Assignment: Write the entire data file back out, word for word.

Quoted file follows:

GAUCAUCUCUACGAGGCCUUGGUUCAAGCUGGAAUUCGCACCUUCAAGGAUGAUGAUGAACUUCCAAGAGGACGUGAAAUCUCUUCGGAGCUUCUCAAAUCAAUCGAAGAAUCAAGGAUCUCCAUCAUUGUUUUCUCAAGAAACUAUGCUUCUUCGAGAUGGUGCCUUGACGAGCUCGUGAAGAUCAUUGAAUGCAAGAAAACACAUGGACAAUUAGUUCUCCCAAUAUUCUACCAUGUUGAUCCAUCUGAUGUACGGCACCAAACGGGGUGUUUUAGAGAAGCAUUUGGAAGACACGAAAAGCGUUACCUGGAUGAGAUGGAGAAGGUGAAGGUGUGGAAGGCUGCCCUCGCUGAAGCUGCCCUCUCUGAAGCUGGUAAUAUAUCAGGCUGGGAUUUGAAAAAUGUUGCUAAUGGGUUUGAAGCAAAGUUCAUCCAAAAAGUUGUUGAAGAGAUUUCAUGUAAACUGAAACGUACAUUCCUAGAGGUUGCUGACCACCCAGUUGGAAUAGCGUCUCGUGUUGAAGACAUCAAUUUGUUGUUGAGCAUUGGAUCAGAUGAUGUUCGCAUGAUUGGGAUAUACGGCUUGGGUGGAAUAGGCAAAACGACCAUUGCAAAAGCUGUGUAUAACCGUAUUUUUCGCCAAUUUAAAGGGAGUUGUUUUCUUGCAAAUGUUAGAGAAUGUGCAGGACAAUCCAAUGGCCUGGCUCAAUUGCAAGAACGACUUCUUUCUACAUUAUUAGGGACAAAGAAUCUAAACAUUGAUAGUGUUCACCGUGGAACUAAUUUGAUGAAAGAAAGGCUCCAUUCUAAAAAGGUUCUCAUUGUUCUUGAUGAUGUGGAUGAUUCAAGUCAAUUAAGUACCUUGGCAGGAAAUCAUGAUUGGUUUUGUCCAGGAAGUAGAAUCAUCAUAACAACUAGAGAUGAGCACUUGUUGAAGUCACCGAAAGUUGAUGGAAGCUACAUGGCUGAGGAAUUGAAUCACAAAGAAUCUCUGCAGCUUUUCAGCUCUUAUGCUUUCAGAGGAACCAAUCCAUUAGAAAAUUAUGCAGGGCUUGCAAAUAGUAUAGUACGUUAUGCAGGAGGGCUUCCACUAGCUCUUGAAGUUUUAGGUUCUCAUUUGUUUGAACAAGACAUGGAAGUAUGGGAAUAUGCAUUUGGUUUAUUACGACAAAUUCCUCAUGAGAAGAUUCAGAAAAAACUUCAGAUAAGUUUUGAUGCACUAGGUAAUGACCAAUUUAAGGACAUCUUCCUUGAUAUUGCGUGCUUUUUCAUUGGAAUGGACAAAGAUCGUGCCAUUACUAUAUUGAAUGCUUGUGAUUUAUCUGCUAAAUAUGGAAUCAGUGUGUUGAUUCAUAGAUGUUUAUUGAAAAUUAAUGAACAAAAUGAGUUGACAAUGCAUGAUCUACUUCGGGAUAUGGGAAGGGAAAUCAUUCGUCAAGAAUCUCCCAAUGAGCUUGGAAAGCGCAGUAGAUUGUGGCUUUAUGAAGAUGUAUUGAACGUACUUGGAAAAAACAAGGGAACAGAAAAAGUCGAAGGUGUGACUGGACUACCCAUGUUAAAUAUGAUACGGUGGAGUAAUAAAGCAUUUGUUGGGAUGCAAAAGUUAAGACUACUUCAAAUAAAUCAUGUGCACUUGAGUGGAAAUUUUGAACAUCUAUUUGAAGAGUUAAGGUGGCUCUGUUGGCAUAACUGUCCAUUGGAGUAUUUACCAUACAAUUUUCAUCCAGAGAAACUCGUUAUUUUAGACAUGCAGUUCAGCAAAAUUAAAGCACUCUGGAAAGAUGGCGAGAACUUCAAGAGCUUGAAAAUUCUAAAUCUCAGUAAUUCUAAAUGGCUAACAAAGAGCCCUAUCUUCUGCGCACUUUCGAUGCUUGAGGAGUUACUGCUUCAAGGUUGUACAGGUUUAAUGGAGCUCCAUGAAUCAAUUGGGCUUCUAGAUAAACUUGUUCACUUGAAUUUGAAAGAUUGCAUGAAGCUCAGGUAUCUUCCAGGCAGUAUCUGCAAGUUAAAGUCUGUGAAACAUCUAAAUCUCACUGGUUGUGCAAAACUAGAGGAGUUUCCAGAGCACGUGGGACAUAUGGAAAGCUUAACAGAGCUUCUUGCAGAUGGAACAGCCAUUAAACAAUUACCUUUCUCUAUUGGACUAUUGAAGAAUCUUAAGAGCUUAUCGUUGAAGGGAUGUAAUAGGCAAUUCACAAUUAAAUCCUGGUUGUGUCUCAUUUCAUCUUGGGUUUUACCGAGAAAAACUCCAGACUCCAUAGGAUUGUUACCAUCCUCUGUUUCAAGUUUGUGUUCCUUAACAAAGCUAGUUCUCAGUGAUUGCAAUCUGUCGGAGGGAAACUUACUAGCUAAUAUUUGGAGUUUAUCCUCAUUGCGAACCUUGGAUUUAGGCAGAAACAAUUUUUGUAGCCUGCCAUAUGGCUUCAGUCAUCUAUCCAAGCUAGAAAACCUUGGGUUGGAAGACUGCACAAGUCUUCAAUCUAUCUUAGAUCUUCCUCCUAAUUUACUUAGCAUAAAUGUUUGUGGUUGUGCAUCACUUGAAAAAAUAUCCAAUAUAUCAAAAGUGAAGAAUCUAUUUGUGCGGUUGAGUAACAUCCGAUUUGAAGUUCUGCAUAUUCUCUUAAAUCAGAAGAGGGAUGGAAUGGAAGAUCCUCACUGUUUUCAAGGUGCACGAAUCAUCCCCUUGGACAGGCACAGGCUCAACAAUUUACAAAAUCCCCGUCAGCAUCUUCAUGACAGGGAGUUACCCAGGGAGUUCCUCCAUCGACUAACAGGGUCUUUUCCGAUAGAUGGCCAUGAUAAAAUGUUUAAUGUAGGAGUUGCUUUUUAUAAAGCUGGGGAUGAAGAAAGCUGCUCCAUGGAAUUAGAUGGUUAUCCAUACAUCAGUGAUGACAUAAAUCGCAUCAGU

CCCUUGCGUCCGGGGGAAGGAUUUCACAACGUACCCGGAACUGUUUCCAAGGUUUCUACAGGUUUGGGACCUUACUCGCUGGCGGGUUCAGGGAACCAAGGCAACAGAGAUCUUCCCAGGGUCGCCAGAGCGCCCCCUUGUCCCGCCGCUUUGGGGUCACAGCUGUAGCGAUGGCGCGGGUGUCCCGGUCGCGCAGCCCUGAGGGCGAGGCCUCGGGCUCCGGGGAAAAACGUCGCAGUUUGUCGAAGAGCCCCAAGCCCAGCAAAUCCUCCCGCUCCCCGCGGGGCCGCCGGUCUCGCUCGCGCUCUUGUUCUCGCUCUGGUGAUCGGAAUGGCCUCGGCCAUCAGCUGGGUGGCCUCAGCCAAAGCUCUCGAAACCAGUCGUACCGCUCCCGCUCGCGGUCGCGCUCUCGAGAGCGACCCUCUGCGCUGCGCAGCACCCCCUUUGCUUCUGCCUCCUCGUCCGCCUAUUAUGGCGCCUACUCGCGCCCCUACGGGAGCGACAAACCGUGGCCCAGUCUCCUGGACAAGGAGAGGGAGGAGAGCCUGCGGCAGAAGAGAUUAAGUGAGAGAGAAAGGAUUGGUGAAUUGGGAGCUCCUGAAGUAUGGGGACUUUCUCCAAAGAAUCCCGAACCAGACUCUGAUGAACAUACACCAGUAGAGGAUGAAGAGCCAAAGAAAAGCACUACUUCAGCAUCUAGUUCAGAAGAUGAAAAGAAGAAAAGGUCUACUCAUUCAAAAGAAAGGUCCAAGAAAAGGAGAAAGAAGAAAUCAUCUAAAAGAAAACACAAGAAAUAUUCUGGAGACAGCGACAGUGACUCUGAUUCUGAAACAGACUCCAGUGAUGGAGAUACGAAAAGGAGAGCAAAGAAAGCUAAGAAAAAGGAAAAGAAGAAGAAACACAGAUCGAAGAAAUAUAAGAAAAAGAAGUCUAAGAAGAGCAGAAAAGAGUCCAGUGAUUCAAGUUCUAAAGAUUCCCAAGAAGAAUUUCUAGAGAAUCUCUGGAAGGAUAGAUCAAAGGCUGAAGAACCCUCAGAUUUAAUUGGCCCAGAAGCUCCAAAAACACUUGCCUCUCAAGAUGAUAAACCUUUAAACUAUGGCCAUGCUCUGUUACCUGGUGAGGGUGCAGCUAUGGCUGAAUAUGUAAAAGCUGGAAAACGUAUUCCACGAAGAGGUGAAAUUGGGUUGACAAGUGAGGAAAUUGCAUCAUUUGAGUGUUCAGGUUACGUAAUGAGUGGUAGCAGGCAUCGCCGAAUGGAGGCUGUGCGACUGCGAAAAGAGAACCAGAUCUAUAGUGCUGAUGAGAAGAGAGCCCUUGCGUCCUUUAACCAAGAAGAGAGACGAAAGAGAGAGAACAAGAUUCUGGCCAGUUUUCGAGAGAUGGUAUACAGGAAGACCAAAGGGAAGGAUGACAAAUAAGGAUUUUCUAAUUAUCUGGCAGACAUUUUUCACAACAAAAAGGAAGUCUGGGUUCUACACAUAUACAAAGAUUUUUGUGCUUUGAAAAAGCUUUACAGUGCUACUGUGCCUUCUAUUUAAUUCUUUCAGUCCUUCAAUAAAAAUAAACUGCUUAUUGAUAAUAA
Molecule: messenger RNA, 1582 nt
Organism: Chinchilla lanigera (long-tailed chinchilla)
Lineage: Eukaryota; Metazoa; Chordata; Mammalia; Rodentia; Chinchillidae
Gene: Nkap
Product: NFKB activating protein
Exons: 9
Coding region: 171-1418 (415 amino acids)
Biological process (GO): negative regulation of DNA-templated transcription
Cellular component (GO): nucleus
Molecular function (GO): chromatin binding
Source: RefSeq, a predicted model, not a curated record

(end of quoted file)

GAUCAUCUCUACGAGGCCUUGGUUCAAGCUGGAAUUCGCACCUUCAAGGAUGAUGAUGAACUUCCAAGAGGACGUGAAAUCUCUUCGGAGCUUCUCAAAUCAAUCGAAGAAUCAAGGAUCUCCAUCAUUGUUUUCUCAAGAAACUAUGCUUCUUCGAGAUGGUGCCUUGACGAGCUCGUGAAGAUCAUUGAAUGCAAGAAAACACAUGGACAAUUAGUUCUCCCAAUAUUCUACCAUGUUGAUCCAUCUGAUGUACGGCACCAAACGGGGUGUUUUAGAGAAGCAUUUGGAAGACACGAAAAGCGUUACCUGGAUGAGAUGGAGAAGGUGAAGGUGUGGAAGGCUGCCCUCGCUGAAGCUGCCCUCUCUGAAGCUGGUAAUAUAUCAGGCUGGGAUUUGAAAAAUGUUGCUAAUGGGUUUGAAGCAAAGUUCAUCCAAAAAGUUGUUGAAGAGAUUUCAUGUAAACUGAAACGUACAUUCCUAGAGGUUGCUGACCACCCAGUUGGAAUAGCGUCUCGUGUUGAAGACAUCAAUUUGUUGUUGAGCAUUGGAUCAGAUGAUGUUCGCAUGAUUGGGAUAUACGGCUUGGGUGGAAUAGGCAAAACGACCAUUGCAAAAGCUGUGUAUAACCGUAUUUUUCGCCAAUUUAAAGGGAGUUGUUUUCUUGCAAAUGUUAGAGAAUGUGCAGGACAAUCCAAUGGCCUGGCUCAAUUGCAAGAACGACUUCUUUCUACAUUAUUAGGGACAAAGAAUCUAAACAUUGAUAGUGUUCACCGUGGAACUAAUUUGAUGAAAGAAAGGCUCCAUUCUAAAAAGGUUCUCAUUGUUCUUGAUGAUGUGGAUGAUUCAAGUCAAUUAAGUACCUUGGCAGGAAAUCAUGAUUGGUUUUGUCCAGGAAGUAGAAUCAUCAUAACAACUAGAGAUGAGCACUUGUUGAAGUCACCGAAAGUUGAUGGAAGCUACAUGGCUGAGGAAUUGAAUCACAAAGAAUCUCUGCAGCUUUUCAGCUCUUAUGCUUUCAGAGGAACCAAUCCAUUAGAAAAUUAUGCAGGGCUUGCAAAUAGUAUAGUACGUUAUGCAGGAGGGCUUCCACUAGCUCUUGAAGUUUUAGGUUCUCAUUUGUUUGAACAAGACAUGGAAGUAUGGGAAUAUGCAUUUGGUUUAUUACGACAAAUUCCUCAUGAGAAGAUUCAGAAAAAACUUCAGAUAAGUUUUGAUGCACUAGGUAAUGACCAAUUUAAGGACAUCUUCCUUGAUAUUGCGUGCUUUUUCAUUGGAAUGGACAAAGAUCGUGCCAUUACUAUAUUGAAUGCUUGUGAUUUAUCUGCUAAAUAUGGAAUCAGUGUGUUGAUUCAUAGAUGUUUAUUGAAAAUUAAUGAACAAAAUGAGUUGACAAUGCAUGAUCUACUUCGGGAUAUGGGAAGGGAAAUCAUUCGUCAAGAAUCUCCCAAUGAGCUUGGAAAGCGCAGUAGAUUGUGGCUUUAUGAAGAUGUAUUGAACGUACUUGGAAAAAACAAGGGAACAGAAAAAGUCGAAGGUGUGACUGGACUACCCAUGUUAAAUAUGAUACGGUGGAGUAAUAAAGCAUUUGUUGGGAUGCAAAAGUUAAGACUACUUCAAAUAAAUCAUGUGCACUUGAGUGGAAAUUUUGAACAUCUAUUUGAAGAGUUAAGGUGGCUCUGUUGGCAUAACUGUCCAUUGGAGUAUUUACCAUACAAUUUUCAUCCAGAGAAACUCGUUAUUUUAGACAUGCAGUUCAGCAAAAUUAAAGCACUCUGGAAAGAUGGCGAGAACUUCAAGAGCUUGAAAAUUCUAAAUCUCAGUAAUUCUAAAUGGCUAACAAAGAGCCCUAUCUUCUGCGCACUUUCGAUGCUUGAGGAGUUACUGCUUCAAGGUUGUACAGGUUUAAUGGAGCUCCAUGAAUCAAUUGGGCUUCUAGAUAAACUUGUUCACUUGAAUUUGAAAGAUUGCAUGAAGCUCAGGUAUCUUCCAGGCAGUAUCUGCAAGUUAAAGUCUGUGAAACAUCUAAAUCUCACUGGUUGUGCAAAACUAGAGGAGUUUCCAGAGCACGUGGGACAUAUGGAAAGCUUAACAGAGCUUCUUGCAGAUGGAACAGCCAUUAAACAAUUACCUUUCUCUAUUGGACUAUUGAAGAAUCUUAAGAGCUUAUCGUUGAAGGGAUGUAAUAGGCAAUUCACAAUUAAAUCCUGGUUGUGUCUCAUUUCAUCUUGGGUUUUACCGAGAAAAACUCCAGACUCCAUAGGAUUGUUACCAUCCUCUGUUUCAAGUUUGUGUUCCUUAACAAAGCUAGUUCUCAGUGAUUGCAAUCUGUCGGAGGGAAACUUACUAGCUAAUAUUUGGAGUUUAUCCUCAUUGCGAACCUUGGAUUUAGGCAGAAACAAUUUUUGUAGCCUGCCAUAUGGCUUCAGUCAUCUAUCCAAGCUAGAAAACCUUGGGUUGGAAGACUGCACAAGUCUUCAAUCUAUCUUAGAUCUUCCUCCUAAUUUACUUAGCAUAAAUGUUUGUGGUUGUGCAUCACUUGAAAAAAUAUCCAAUAUAUCAAAAGUGAAGAAUCUAUUUGUGCGGUUGAGUAACAUCCGAUUUGAAGUUCUGCAUAUUCUCUUAAAUCAGAAGAGGGAUGGAAUGGAAGAUCCUCACUGUUUUCAAGGUGCACGAAUCAUCCCCUUGGACAGGCACAGGCUCAACAAUUUACAAAAUCCCCGUCAGCAUCUUCAUGACAGGGAGUUACCCAGGGAGUUCCUCCAUCGACUAACAGGGUCUUUUCCGAUAGAUGGCCAUGAUAAAAUGUUUAAUGUAGGAGUUGCUUUUUAUAAAGCUGGGGAUGAAGAAAGCUGCUCCAUGGAAUUAGAUGGUUAUCCAUACAUCAGUGAUGACAUAAAUCGCAUCAGU

CCCUUGCGUCCGGGGGAAGGAUUUCACAACGUACCCGGAACUGUUUCCAAGGUUUCUACAGGUUUGGGACCUUACUCGCUGGCGGGUUCAGGGAACCAAGGCAACAGAGAUCUUCCCAGGGUCGCCAGAGCGCCCCCUUGUCCCGCCGCUUUGGGGUCACAGCUGUAGCGAUGGCGCGGGUGUCCCGGUCGCGCAGCCCUGAGGGCGAGGCCUCGGGCUCCGGGGAAAAACGUCGCAGUUUGUCGAAGAGCCCCAAGCCCAGCAAAUCCUCCCGCUCCCCGCGGGGCCGCCGGUCUCGCUCGCGCUCUUGUUCUCGCUCUGGUGAUCGGAAUGGCCUCGGCCAUCAGCUGGGUGGCCUCAGCCAAAGCUCUCGAAACCAGUCGUACCGCUCCCGCUCGCGGUCGCGCUCUCGAGAGCGACCCUCUGCGCUGCGCAGCACCCCCUUUGCUUCUGCCUCCUCGUCCGCCUAUUAUGGCGCCUACUCGCGCCCCUACGGGAGCGACAAACCGUGGCCCAGUCUCCUGGACAAGGAGAGGGAGGAGAGCCUGCGGCAGAAGAGAUUAAGUGAGAGAGAAAGGAUUGGUGAAUUGGGAGCUCCUGAAGUAUGGGGACUUUCUCCAAAGAAUCCCGAACCAGACUCUGAUGAACAUACACCAGUAGAGGAUGAAGAGCCAAAGAAAAGCACUACUUCAGCAUCUAGUUCAGAAGAUGAAAAGAAGAAAAGGUCUACUCAUUCAAAAGAAAGGUCCAAGAAAAGGAGAAAGAAGAAAUCAUCUAAAAGAAAACACAAGAAAUAUUCUGGAGACAGCGACAGUGACUCUGAUUCUGAAACAGACUCCAGUGAUGGAGAUACGAAAAGGAGAGCAAAGAAAGCUAAGAAAAAGGAAAAGAAGAAGAAACACAGAUCGAAGAAAUAUAAGAAAAAGAAGUCUAAGAAGAGCAGAAAAGAGUCCAGUGAUUCAAGUUCUAAAGAUUCCCAAGAAGAAUUUCUAGAGAAUCUCUGGAAGGAUAGAUCAAAGGCUGAAGAACCCUCAGAUUUAAUUGGCCCAGAAGCUCCAAAAACACUUGCCUCUCAAGAUGAUAAACCUUUAAACUAUGGCCAUGCUCUGUUACCUGGUGAGGGUGCAGCUAUGGCUGAAUAUGUAAAAGCUGGAAAACGUAUUCCACGAAGAGGUGAAAUUGGGUUGACAAGUGAGGAAAUUGCAUCAUUUGAGUGUUCAGGUUACGUAAUGAGUGGUAGCAGGCAUCGCCGAAUGGAGGCUGUGCGACUGCGAAAAGAGAACCAGAUCUAUAGUGCUGAUGAGAAGAGAGCCCUUGCGUCCUUUAACCAAGAAGAGAGACGAAAGAGAGAGAACAAGAUUCUGGCCAGUUUUCGAGAGAUGGUAUACAGGAAGACCAAAGGGAAGGAUGACAAAUAAGGAUUUUCUAAUUAUCUGGCAGACAUUUUUCACAACAAAAAGGAAGUCUGGGUUCUACACAUAUACAAAGAUUUUUGUGCUUUGAAAAAGCUUUACAGUGCUACUGUGCCUUCUAUUUAAUUCUUUCAGUCCUUCAAUAAAAAUAAACUGCUUAUUGAUAAUAA
Molecule: messenger RNA, 1582 nt
Organism: Chinchilla lanigera (long-tailed chinchilla)
Lineage: Eukaryota; Metazoa; Chordata; Mammalia; Rodentia; Chinchillidae
Gene: Nkap
Product: NFKB activating protein
Exons: 9
Coding region: 171-1418 (415 amino acids)
Biological process (GO): negative regulation of DNA-templated transcription
Cellular component (GO): nucleus
Molecular function (GO): chromatin binding
Source: RefSeq, a predicted model, not a curated record